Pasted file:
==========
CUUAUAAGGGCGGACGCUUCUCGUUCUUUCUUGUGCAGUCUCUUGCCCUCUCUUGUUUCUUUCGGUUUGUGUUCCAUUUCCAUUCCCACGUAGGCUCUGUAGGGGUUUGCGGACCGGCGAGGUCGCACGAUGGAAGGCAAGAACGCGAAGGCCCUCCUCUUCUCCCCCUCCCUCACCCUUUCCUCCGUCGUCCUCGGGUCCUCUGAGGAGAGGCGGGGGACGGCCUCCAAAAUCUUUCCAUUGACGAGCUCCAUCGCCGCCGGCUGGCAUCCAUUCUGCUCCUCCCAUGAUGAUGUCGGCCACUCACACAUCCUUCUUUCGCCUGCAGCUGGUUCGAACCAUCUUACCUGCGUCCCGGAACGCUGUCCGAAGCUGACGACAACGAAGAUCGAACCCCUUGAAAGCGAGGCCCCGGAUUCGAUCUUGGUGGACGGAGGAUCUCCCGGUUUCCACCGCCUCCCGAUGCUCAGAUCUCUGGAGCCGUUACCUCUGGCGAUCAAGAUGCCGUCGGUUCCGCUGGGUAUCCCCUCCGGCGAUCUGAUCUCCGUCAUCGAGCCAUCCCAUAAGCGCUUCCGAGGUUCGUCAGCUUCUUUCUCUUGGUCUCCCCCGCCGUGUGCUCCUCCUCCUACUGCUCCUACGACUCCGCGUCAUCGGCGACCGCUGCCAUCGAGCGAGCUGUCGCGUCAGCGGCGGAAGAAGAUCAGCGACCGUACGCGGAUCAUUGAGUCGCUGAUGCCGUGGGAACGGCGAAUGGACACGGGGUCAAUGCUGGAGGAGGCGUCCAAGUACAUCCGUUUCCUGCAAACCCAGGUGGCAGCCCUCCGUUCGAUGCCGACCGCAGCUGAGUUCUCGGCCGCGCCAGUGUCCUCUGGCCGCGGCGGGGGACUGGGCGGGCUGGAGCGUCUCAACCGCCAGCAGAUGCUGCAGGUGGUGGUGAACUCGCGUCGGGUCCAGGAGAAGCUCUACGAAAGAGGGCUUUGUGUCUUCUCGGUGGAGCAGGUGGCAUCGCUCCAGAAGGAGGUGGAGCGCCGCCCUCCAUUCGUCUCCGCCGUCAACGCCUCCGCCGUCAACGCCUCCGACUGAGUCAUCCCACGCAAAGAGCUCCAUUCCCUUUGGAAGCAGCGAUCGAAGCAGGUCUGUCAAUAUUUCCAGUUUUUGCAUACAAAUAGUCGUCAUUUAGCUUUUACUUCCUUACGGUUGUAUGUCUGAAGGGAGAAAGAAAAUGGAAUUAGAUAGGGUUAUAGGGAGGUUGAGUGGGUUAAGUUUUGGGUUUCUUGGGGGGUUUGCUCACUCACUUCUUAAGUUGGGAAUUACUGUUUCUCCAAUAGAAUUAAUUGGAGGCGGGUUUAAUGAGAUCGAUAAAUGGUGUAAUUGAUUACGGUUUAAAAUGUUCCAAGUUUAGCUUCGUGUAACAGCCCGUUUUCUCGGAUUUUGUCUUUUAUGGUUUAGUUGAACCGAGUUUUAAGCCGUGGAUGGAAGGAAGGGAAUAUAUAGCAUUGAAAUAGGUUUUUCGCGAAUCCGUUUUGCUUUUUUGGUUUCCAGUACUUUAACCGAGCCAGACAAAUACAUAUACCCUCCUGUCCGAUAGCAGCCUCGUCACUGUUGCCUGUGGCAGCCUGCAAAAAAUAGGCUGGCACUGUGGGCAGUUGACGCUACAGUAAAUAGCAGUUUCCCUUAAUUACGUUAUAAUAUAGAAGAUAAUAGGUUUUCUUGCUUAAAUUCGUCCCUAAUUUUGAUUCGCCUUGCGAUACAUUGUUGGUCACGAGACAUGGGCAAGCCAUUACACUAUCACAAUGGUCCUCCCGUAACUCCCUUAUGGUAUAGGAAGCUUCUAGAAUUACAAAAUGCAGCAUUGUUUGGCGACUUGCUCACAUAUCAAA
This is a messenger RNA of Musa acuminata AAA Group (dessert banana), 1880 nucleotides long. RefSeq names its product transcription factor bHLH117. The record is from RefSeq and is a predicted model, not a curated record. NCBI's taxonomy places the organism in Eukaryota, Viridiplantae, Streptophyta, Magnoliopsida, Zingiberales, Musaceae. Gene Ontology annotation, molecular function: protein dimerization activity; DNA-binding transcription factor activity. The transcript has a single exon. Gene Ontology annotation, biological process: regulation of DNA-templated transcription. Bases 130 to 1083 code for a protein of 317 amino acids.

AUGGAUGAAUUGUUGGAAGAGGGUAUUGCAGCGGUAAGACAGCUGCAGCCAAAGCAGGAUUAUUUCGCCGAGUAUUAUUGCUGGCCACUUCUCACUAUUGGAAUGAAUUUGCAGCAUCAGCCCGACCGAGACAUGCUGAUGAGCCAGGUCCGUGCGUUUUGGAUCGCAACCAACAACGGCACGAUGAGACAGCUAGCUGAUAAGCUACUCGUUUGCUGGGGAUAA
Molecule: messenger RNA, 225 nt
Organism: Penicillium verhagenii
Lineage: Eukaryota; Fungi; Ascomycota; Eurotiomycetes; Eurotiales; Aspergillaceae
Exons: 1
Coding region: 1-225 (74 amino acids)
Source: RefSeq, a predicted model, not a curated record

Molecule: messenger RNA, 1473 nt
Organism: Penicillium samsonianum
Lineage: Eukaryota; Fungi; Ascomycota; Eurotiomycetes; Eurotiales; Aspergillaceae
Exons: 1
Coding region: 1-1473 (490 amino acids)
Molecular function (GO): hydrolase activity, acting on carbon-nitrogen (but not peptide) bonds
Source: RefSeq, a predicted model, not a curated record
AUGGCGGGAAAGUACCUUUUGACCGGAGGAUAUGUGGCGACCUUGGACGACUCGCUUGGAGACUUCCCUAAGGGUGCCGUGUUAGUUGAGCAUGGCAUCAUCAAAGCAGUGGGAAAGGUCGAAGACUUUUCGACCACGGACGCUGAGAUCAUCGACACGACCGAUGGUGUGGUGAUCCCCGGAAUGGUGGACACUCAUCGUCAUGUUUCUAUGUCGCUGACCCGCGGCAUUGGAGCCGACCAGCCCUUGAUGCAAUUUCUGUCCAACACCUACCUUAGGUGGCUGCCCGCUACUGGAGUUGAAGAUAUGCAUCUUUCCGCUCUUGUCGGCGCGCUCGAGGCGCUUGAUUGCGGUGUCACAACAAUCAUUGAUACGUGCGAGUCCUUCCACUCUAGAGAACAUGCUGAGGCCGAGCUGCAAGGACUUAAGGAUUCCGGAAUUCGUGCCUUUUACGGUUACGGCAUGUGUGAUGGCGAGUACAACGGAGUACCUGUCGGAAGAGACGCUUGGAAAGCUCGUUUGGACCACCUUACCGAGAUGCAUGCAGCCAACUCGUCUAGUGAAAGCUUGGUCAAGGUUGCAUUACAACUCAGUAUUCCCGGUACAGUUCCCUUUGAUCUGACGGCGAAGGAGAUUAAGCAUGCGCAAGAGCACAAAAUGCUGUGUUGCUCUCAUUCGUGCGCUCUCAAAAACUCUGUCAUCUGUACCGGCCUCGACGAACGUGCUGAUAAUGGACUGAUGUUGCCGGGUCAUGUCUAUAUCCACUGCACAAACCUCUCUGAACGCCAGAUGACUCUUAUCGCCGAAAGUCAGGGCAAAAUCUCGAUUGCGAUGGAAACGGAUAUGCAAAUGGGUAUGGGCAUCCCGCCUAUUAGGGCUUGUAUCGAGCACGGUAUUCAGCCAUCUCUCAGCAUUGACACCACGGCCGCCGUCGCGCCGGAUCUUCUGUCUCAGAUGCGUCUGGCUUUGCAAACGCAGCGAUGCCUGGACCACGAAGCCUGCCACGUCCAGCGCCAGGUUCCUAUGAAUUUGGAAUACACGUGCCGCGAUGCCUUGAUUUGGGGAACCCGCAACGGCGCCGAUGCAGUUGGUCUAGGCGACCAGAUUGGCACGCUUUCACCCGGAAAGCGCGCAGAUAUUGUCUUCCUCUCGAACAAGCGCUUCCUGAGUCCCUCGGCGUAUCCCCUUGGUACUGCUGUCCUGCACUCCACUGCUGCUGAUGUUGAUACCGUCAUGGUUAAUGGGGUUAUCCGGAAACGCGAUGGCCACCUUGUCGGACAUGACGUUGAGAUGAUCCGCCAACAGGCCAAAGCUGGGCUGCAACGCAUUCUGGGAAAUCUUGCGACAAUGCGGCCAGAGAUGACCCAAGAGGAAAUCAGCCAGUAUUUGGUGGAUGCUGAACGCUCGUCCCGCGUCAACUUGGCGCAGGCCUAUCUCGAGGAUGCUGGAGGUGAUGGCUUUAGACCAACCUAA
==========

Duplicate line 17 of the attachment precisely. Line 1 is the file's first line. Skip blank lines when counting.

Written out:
AUGGCGGGAAAGUACCUUUUGACCGGAGGAUAUGUGGCGACCUUGGACGACUCGCUUGGAGACUUCCCUAAGGGUGCCGUGUUAGUUGAGCAUGGCAUCAUCAAAGCAGUGGGAAAGGUCGAAGACUUUUCGACCACGGACGCUGAGAUCAUCGACACGACCGAUGGUGUGGUGAUCCCCGGAAUGGUGGACACUCAUCGUCAUGUUUCUAUGUCGCUGACCCGCGGCAUUGGAGCCGACCAGCCCUUGAUGCAAUUUCUGUCCAACACCUACCUUAGGUGGCUGCCCGCUACUGGAGUUGAAGAUAUGCAUCUUUCCGCUCUUGUCGGCGCGCUCGAGGCGCUUGAUUGCGGUGUCACAACAAUCAUUGAUACGUGCGAGUCCUUCCACUCUAGAGAACAUGCUGAGGCCGAGCUGCAAGGACUUAAGGAUUCCGGAAUUCGUGCCUUUUACGGUUACGGCAUGUGUGAUGGCGAGUACAACGGAGUACCUGUCGGAAGAGACGCUUGGAAAGCUCGUUUGGACCACCUUACCGAGAUGCAUGCAGCCAACUCGUCUAGUGAAAGCUUGGUCAAGGUUGCAUUACAACUCAGUAUUCCCGGUACAGUUCCCUUUGAUCUGACGGCGAAGGAGAUUAAGCAUGCGCAAGAGCACAAAAUGCUGUGUUGCUCUCAUUCGUGCGCUCUCAAAAACUCUGUCAUCUGUACCGGCCUCGACGAACGUGCUGAUAAUGGACUGAUGUUGCCGGGUCAUGUCUAUAUCCACUGCACAAACCUCUCUGAACGCCAGAUGACUCUUAUCGCCGAAAGUCAGGGCAAAAUCUCGAUUGCGAUGGAAACGGAUAUGCAAAUGGGUAUGGGCAUCCCGCCUAUUAGGGCUUGUAUCGAGCACGGUAUUCAGCCAUCUCUCAGCAUUGACACCACGGCCGCCGUCGCGCCGGAUCUUCUGUCUCAGAUGCGUCUGGCUUUGCAAACGCAGCGAUGCCUGGACCACGAAGCCUGCCACGUCCAGCGCCAGGUUCCUAUGAAUUUGGAAUACACGUGCCGCGAUGCCUUGAUUUGGGGAACCCGCAACGGCGCCGAUGCAGUUGGUCUAGGCGACCAGAUUGGCACGCUUUCACCCGGAAAGCGCGCAGAUAUUGUCUUCCUCUCGAACAAGCGCUUCCUGAGUCCCUCGGCGUAUCCCCUUGGUACUGCUGUCCUGCACUCCACUGCUGCUGAUGUUGAUACCGUCAUGGUUAAUGGGGUUAUCCGGAAACGCGAUGGCCACCUUGUCGGACAUGACGUUGAGAUGAUCCGCCAACAGGCCAAAGCUGGGCUGCAACGCAUUCUGGGAAAUCUUGCGACAAUGCGGCCAGAGAUGACCCAAGAGGAAAUCAGCCAGUAUUUGGUGGAUGCUGAACGCUCGUCCCGCGUCAACUUGGCGCAGGCCUAUCUCGAGGAUGCUGGAGGUGAUGGCUUUAGACCAACCUAA